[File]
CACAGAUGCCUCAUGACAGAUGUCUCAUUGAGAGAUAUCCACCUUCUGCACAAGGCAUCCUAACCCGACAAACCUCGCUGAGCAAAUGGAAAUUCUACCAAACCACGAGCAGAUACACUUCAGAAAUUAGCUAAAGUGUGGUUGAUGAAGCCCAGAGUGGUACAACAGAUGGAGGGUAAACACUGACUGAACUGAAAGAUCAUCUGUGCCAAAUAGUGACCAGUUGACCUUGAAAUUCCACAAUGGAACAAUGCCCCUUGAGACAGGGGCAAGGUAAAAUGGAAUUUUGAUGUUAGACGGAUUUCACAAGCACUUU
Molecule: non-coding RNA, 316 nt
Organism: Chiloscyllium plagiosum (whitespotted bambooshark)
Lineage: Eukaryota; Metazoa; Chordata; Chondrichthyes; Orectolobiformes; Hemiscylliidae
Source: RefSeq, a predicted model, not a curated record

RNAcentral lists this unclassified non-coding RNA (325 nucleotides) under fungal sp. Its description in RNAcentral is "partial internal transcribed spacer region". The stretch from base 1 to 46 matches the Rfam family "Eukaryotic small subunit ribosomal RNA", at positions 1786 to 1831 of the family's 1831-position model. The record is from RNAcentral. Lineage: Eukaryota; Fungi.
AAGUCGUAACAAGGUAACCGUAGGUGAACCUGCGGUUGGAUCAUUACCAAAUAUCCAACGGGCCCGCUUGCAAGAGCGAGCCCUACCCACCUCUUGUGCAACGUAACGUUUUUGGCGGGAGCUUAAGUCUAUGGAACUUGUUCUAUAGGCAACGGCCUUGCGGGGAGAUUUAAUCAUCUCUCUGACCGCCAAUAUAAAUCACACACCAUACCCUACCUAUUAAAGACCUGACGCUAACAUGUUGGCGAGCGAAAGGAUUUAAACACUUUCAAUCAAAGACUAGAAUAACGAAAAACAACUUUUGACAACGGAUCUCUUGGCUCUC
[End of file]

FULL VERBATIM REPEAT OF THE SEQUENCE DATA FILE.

CACAGAUGCCUCAUGACAGAUGUCUCAUUGAGAGAUAUCCACCUUCUGCACAAGGCAUCCUAACCCGACAAACCUCGCUGAGCAAAUGGAAAUUCUACCAAACCACGAGCAGAUACACUUCAGAAAUUAGCUAAAGUGUGGUUGAUGAAGCCCAGAGUGGUACAACAGAUGGAGGGUAAACACUGACUGAACUGAAAGAUCAUCUGUGCCAAAUAGUGACCAGUUGACCUUGAAAUUCCACAAUGGAACAAUGCCCCUUGAGACAGGGGCAAGGUAAAAUGGAAUUUUGAUGUUAGACGGAUUUCACAAGCACUUU
Molecule: non-coding RNA, 316 nt
Organism: Chiloscyllium plagiosum (whitespotted bambooshark)
Lineage: Eukaryota; Metazoa; Chordata; Chondrichthyes; Orectolobiformes; Hemiscylliidae
Source: RefSeq, a predicted model, not a curated record

RNAcentral lists this unclassified non-coding RNA (325 nucleotides) under fungal sp. Its description in RNAcentral is "partial internal transcribed spacer region". The stretch from base 1 to 46 matches the Rfam family "Eukaryotic small subunit ribosomal RNA", at positions 1786 to 1831 of the family's 1831-position model. The record is from RNAcentral. Lineage: Eukaryota; Fungi.
AAGUCGUAACAAGGUAACCGUAGGUGAACCUGCGGUUGGAUCAUUACCAAAUAUCCAACGGGCCCGCUUGCAAGAGCGAGCCCUACCCACCUCUUGUGCAACGUAACGUUUUUGGCGGGAGCUUAAGUCUAUGGAACUUGUUCUAUAGGCAACGGCCUUGCGGGGAGAUUUAAUCAUCUCUCUGACCGCCAAUAUAAAUCACACACCAUACCCUACCUAUUAAAGACCUGACGCUAACAUGUUGGCGAGCGAAAGGAUUUAAACACUUUCAAUCAAAGACUAGAAUAACGAAAAACAACUUUUGACAACGGAUCUCUUGGCUCUC